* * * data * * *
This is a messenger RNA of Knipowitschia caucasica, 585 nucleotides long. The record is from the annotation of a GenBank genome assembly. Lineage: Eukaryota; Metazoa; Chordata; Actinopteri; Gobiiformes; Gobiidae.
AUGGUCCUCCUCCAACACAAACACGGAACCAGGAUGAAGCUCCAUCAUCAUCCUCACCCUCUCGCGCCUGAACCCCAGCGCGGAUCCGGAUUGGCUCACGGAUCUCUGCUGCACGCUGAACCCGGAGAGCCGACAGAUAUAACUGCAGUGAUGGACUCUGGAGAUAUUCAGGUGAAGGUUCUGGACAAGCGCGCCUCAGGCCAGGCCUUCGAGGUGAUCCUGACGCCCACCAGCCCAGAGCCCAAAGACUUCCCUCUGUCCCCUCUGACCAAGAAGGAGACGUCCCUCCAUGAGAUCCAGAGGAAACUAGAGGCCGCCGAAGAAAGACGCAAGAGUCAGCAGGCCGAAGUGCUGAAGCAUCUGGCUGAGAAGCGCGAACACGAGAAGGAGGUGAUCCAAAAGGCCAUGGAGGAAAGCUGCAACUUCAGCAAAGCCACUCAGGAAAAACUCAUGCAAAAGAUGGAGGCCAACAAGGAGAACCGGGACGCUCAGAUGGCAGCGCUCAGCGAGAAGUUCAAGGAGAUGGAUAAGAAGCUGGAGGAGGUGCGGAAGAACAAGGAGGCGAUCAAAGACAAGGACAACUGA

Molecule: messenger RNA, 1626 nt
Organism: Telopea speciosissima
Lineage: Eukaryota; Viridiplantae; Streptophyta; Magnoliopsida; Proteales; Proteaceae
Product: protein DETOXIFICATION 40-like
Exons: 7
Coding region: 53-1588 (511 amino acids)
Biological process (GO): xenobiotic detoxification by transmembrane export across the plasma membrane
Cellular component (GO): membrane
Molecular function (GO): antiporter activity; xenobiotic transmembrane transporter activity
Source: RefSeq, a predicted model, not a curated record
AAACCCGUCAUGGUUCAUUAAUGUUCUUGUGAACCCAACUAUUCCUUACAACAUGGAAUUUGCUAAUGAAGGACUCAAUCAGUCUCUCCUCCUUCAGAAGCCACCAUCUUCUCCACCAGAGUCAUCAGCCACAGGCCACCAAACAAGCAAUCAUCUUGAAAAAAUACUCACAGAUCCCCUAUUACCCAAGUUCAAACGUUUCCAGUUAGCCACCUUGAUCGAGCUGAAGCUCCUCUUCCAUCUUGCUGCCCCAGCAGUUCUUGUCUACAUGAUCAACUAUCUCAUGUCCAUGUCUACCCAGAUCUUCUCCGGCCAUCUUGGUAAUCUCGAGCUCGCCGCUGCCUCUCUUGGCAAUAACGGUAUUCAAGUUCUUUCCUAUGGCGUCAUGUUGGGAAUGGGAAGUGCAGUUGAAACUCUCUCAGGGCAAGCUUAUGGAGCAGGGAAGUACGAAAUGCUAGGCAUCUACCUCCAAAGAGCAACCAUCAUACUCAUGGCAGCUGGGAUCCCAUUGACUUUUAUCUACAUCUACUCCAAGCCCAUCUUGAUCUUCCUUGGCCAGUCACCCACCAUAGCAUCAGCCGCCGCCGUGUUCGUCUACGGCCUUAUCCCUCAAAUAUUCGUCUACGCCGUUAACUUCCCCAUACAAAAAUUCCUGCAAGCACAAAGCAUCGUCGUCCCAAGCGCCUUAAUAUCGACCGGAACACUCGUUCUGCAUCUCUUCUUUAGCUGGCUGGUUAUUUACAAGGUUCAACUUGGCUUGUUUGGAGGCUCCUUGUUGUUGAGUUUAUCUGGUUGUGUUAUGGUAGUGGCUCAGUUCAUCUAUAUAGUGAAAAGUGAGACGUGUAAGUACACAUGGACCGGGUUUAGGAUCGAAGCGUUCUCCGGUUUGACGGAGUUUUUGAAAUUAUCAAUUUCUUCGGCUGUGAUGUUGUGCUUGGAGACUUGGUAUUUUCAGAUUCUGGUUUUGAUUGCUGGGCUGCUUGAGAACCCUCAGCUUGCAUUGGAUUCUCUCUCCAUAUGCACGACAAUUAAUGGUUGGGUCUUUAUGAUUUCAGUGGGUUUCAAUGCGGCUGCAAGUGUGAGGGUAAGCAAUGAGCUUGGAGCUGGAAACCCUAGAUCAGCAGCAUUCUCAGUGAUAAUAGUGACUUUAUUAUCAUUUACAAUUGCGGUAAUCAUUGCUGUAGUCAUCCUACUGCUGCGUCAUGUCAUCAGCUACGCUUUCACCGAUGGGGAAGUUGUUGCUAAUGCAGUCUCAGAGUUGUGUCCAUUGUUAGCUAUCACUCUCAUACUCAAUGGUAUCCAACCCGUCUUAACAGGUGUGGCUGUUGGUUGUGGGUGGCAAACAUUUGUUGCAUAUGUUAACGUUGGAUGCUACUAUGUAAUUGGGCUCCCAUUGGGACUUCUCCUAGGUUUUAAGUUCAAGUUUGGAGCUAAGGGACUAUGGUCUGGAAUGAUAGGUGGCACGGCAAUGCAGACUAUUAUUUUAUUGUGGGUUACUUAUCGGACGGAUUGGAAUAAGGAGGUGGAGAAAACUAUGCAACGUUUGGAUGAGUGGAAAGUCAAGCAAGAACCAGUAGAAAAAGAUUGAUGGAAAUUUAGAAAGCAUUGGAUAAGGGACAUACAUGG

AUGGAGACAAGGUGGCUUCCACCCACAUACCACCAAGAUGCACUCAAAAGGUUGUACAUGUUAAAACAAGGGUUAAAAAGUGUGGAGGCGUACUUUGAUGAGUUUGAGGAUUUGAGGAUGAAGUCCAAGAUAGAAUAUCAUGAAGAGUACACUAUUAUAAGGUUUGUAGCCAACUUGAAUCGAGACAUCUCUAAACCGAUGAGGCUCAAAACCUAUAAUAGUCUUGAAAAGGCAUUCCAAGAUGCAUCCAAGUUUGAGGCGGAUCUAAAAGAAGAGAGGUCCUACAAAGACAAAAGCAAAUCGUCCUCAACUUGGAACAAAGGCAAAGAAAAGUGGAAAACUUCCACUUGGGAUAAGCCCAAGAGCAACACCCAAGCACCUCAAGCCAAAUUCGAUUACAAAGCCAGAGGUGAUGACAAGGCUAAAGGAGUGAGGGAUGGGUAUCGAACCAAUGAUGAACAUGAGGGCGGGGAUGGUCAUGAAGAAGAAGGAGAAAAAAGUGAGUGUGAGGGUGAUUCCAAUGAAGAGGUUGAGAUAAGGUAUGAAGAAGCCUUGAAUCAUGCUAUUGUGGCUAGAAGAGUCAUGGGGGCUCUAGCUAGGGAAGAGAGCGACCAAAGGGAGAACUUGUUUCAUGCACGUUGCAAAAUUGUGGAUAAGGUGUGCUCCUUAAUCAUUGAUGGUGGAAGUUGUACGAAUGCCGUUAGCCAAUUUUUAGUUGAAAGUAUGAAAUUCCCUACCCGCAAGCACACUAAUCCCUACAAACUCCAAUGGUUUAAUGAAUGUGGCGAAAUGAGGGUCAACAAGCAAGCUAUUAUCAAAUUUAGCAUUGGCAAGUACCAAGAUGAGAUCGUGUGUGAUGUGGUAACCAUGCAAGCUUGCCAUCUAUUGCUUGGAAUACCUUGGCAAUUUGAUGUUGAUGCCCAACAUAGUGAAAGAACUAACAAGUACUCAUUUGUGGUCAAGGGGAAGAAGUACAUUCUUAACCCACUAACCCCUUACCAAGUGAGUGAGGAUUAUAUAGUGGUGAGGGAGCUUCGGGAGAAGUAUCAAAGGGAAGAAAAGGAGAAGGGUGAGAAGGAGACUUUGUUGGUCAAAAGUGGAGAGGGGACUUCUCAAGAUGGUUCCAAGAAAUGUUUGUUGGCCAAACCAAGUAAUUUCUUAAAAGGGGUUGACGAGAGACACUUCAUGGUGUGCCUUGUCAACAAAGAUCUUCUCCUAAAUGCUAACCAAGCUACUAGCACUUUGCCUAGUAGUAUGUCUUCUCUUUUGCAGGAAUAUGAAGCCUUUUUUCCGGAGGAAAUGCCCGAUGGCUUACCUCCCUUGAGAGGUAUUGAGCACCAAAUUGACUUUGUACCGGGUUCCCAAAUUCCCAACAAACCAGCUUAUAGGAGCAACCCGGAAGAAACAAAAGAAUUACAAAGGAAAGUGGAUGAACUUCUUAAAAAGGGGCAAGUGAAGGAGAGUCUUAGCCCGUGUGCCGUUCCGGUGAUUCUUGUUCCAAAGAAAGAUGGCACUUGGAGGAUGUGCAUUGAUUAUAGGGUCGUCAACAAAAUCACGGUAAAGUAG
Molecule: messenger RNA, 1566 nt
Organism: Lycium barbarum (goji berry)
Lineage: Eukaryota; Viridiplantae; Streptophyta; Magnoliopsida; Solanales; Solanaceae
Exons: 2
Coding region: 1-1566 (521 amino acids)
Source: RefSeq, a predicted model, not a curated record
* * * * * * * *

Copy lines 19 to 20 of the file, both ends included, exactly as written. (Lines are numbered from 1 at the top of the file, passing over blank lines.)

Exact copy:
Coding region: 1-1566 (521 amino acids)
Source: RefSeq, a predicted model, not a curated record